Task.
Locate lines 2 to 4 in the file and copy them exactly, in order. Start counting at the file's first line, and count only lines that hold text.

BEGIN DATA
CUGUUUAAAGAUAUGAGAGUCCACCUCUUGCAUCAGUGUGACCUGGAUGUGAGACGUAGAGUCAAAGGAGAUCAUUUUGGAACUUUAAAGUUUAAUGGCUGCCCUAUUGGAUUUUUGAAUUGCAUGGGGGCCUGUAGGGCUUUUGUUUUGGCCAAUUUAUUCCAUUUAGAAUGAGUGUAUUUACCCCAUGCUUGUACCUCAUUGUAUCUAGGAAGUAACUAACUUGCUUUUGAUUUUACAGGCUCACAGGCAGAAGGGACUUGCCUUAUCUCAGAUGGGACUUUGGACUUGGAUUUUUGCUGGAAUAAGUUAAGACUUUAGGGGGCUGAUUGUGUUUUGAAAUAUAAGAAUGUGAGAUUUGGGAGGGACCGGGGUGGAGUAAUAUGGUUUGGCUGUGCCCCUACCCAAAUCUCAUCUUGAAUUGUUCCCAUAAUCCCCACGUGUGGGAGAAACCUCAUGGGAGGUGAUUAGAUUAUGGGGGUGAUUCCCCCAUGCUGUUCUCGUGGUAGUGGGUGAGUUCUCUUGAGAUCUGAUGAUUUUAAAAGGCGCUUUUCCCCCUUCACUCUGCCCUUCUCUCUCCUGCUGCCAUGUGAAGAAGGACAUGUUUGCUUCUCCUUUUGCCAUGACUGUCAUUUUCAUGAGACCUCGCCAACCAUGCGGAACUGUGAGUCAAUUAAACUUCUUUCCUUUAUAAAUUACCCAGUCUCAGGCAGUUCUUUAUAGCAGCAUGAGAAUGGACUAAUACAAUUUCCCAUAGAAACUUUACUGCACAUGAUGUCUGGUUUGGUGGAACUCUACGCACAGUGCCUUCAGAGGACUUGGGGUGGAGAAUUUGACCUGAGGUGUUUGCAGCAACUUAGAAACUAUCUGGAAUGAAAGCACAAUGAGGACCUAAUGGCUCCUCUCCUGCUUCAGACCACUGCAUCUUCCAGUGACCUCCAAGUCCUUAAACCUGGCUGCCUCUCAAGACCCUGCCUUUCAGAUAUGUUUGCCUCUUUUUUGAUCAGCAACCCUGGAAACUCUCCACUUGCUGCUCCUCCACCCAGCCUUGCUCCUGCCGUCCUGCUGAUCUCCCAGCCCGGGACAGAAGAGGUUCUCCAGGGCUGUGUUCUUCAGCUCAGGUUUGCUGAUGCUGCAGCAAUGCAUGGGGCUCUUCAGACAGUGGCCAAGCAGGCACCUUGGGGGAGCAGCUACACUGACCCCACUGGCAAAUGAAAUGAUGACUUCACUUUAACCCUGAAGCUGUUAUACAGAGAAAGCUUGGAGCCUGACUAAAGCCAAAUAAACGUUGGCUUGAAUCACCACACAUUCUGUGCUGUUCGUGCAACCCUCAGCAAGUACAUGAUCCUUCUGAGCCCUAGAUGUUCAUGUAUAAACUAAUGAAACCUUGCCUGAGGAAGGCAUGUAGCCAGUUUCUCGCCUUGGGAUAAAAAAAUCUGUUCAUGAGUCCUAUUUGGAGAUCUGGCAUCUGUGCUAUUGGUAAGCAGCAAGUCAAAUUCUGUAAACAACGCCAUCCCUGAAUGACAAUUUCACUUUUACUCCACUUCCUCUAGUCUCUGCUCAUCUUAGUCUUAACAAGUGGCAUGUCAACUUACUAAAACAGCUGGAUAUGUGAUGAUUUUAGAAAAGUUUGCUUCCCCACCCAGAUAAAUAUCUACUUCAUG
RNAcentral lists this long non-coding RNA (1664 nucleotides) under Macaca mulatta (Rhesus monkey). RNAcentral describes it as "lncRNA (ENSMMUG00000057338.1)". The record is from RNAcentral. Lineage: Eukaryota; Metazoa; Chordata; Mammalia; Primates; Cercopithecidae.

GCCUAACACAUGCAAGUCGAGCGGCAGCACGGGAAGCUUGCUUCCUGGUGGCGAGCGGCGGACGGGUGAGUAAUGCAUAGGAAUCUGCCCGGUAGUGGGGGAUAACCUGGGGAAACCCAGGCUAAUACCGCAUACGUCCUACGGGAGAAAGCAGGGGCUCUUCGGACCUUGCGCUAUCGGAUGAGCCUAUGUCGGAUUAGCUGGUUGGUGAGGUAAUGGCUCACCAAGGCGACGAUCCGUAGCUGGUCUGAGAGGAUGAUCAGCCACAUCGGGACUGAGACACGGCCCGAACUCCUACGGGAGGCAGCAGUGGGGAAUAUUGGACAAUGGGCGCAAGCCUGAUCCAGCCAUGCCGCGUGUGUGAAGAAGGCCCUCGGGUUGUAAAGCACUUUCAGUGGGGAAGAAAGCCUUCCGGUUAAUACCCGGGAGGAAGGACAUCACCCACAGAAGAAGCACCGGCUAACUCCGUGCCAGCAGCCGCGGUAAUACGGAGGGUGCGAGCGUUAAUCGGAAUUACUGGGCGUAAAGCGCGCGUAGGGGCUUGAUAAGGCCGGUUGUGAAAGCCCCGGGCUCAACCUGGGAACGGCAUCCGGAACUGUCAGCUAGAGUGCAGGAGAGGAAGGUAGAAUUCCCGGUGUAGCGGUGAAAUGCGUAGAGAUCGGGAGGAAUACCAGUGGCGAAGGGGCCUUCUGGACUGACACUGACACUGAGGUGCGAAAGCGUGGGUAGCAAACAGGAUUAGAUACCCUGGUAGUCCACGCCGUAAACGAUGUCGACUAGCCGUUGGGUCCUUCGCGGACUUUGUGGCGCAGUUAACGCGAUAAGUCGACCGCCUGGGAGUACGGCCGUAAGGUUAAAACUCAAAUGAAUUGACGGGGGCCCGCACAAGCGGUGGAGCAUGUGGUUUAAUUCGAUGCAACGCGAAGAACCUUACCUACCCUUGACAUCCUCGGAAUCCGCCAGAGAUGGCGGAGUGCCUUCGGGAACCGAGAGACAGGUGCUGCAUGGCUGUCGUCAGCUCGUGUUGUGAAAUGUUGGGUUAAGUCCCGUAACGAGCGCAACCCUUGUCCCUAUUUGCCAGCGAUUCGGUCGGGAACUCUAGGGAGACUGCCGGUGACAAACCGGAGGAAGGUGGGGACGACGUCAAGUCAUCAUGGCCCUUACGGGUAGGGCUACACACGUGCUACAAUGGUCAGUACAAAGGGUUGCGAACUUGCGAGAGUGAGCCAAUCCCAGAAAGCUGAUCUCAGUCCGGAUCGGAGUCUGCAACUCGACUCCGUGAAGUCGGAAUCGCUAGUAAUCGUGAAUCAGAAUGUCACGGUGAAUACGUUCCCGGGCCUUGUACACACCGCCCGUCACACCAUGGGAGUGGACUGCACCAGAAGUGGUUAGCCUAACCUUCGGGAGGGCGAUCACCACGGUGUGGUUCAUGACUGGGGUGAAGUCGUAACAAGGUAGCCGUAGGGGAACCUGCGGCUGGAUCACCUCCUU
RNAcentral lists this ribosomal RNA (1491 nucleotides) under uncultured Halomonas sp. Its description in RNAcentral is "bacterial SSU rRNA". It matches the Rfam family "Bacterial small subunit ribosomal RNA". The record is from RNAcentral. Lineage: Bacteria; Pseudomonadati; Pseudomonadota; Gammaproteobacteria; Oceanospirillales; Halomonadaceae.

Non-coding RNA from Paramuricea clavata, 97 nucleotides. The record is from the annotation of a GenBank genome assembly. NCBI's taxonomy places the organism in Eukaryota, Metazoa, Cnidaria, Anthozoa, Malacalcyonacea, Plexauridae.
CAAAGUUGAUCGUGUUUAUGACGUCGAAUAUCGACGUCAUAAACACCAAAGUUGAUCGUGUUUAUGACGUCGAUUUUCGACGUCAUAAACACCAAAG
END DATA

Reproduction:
RNAcentral lists this long non-coding RNA (1664 nucleotides) under Macaca mulatta (Rhesus monkey). RNAcentral describes it as "lncRNA (ENSMMUG00000057338.1)". The record is from RNAcentral. Lineage: Eukaryota; Metazoa; Chordata; Mammalia; Primates; Cercopithecidae.

GCCUAACACAUGCAAGUCGAGCGGCAGCACGGGAAGCUUGCUUCCUGGUGGCGAGCGGCGGACGGGUGAGUAAUGCAUAGGAAUCUGCCCGGUAGUGGGGGAUAACCUGGGGAAACCCAGGCUAAUACCGCAUACGUCCUACGGGAGAAAGCAGGGGCUCUUCGGACCUUGCGCUAUCGGAUGAGCCUAUGUCGGAUUAGCUGGUUGGUGAGGUAAUGGCUCACCAAGGCGACGAUCCGUAGCUGGUCUGAGAGGAUGAUCAGCCACAUCGGGACUGAGACACGGCCCGAACUCCUACGGGAGGCAGCAGUGGGGAAUAUUGGACAAUGGGCGCAAGCCUGAUCCAGCCAUGCCGCGUGUGUGAAGAAGGCCCUCGGGUUGUAAAGCACUUUCAGUGGGGAAGAAAGCCUUCCGGUUAAUACCCGGGAGGAAGGACAUCACCCACAGAAGAAGCACCGGCUAACUCCGUGCCAGCAGCCGCGGUAAUACGGAGGGUGCGAGCGUUAAUCGGAAUUACUGGGCGUAAAGCGCGCGUAGGGGCUUGAUAAGGCCGGUUGUGAAAGCCCCGGGCUCAACCUGGGAACGGCAUCCGGAACUGUCAGCUAGAGUGCAGGAGAGGAAGGUAGAAUUCCCGGUGUAGCGGUGAAAUGCGUAGAGAUCGGGAGGAAUACCAGUGGCGAAGGGGCCUUCUGGACUGACACUGACACUGAGGUGCGAAAGCGUGGGUAGCAAACAGGAUUAGAUACCCUGGUAGUCCACGCCGUAAACGAUGUCGACUAGCCGUUGGGUCCUUCGCGGACUUUGUGGCGCAGUUAACGCGAUAAGUCGACCGCCUGGGAGUACGGCCGUAAGGUUAAAACUCAAAUGAAUUGACGGGGGCCCGCACAAGCGGUGGAGCAUGUGGUUUAAUUCGAUGCAACGCGAAGAACCUUACCUACCCUUGACAUCCUCGGAAUCCGCCAGAGAUGGCGGAGUGCCUUCGGGAACCGAGAGACAGGUGCUGCAUGGCUGUCGUCAGCUCGUGUUGUGAAAUGUUGGGUUAAGUCCCGUAACGAGCGCAACCCUUGUCCCUAUUUGCCAGCGAUUCGGUCGGGAACUCUAGGGAGACUGCCGGUGACAAACCGGAGGAAGGUGGGGACGACGUCAAGUCAUCAUGGCCCUUACGGGUAGGGCUACACACGUGCUACAAUGGUCAGUACAAAGGGUUGCGAACUUGCGAGAGUGAGCCAAUCCCAGAAAGCUGAUCUCAGUCCGGAUCGGAGUCUGCAACUCGACUCCGUGAAGUCGGAAUCGCUAGUAAUCGUGAAUCAGAAUGUCACGGUGAAUACGUUCCCGGGCCUUGUACACACCGCCCGUCACACCAUGGGAGUGGACUGCACCAGAAGUGGUUAGCCUAACCUUCGGGAGGGCGAUCACCACGGUGUGGUUCAUGACUGGGGUGAAGUCGUAACAAGGUAGCCGUAGGGGAACCUGCGGCUGGAUCACCUCCUU
RNAcentral lists this ribosomal RNA (1491 nucleotides) under uncultured Halomonas sp. Its description in RNAcentral is "bacterial SSU rRNA". It matches the Rfam family "Bacterial small subunit ribosomal RNA". The record is from RNAcentral. Lineage: Bacteria; Pseudomonadati; Pseudomonadota; Gammaproteobacteria; Oceanospirillales; Halomonadaceae.